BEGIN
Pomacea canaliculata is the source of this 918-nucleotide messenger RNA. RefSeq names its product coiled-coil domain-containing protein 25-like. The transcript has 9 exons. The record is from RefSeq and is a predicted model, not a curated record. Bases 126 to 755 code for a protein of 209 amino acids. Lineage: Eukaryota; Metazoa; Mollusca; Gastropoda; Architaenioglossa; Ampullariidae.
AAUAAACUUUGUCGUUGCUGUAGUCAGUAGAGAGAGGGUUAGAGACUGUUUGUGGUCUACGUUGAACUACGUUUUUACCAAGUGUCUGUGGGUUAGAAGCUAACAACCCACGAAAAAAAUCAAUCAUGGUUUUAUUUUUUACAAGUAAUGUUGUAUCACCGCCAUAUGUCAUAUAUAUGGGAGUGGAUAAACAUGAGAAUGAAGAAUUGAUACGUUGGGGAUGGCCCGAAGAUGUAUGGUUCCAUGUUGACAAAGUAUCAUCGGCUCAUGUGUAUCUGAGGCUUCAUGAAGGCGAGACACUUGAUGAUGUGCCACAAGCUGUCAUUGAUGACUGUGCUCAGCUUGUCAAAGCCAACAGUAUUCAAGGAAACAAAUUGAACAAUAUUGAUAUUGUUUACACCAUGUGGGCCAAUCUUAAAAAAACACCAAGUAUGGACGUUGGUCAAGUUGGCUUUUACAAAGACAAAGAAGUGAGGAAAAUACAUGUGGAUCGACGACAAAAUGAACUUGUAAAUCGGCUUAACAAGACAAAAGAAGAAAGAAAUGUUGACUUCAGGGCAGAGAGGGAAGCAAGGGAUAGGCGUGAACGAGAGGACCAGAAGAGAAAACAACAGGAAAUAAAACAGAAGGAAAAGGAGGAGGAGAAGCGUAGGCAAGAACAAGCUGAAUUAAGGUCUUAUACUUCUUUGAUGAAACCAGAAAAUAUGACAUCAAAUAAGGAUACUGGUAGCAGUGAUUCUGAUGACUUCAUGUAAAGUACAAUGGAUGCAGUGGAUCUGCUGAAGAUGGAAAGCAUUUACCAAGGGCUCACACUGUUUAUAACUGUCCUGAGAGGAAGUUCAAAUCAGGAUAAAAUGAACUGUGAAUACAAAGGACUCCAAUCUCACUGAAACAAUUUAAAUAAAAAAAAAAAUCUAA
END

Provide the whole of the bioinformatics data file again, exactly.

Pomacea canaliculata is the source of this 918-nucleotide messenger RNA. RefSeq names its product coiled-coil domain-containing protein 25-like. The transcript has 9 exons. The record is from RefSeq and is a predicted model, not a curated record. Bases 126 to 755 code for a protein of 209 amino acids. Lineage: Eukaryota; Metazoa; Mollusca; Gastropoda; Architaenioglossa; Ampullariidae.
AAUAAACUUUGUCGUUGCUGUAGUCAGUAGAGAGAGGGUUAGAGACUGUUUGUGGUCUACGUUGAACUACGUUUUUACCAAGUGUCUGUGGGUUAGAAGCUAACAACCCACGAAAAAAAUCAAUCAUGGUUUUAUUUUUUACAAGUAAUGUUGUAUCACCGCCAUAUGUCAUAUAUAUGGGAGUGGAUAAACAUGAGAAUGAAGAAUUGAUACGUUGGGGAUGGCCCGAAGAUGUAUGGUUCCAUGUUGACAAAGUAUCAUCGGCUCAUGUGUAUCUGAGGCUUCAUGAAGGCGAGACACUUGAUGAUGUGCCACAAGCUGUCAUUGAUGACUGUGCUCAGCUUGUCAAAGCCAACAGUAUUCAAGGAAACAAAUUGAACAAUAUUGAUAUUGUUUACACCAUGUGGGCCAAUCUUAAAAAAACACCAAGUAUGGACGUUGGUCAAGUUGGCUUUUACAAAGACAAAGAAGUGAGGAAAAUACAUGUGGAUCGACGACAAAAUGAACUUGUAAAUCGGCUUAACAAGACAAAAGAAGAAAGAAAUGUUGACUUCAGGGCAGAGAGGGAAGCAAGGGAUAGGCGUGAACGAGAGGACCAGAAGAGAAAACAACAGGAAAUAAAACAGAAGGAAAAGGAGGAGGAGAAGCGUAGGCAAGAACAAGCUGAAUUAAGGUCUUAUACUUCUUUGAUGAAACCAGAAAAUAUGACAUCAAAUAAGGAUACUGGUAGCAGUGAUUCUGAUGACUUCAUGUAAAGUACAAUGGAUGCAGUGGAUCUGCUGAAGAUGGAAAGCAUUUACCAAGGGCUCACACUGUUUAUAACUGUCCUGAGAGGAAGUUCAAAUCAGGAUAAAAUGAACUGUGAAUACAAAGGACUCCAAUCUCACUGAAACAAUUUAAAUAAAAAAAAAAAUCUAA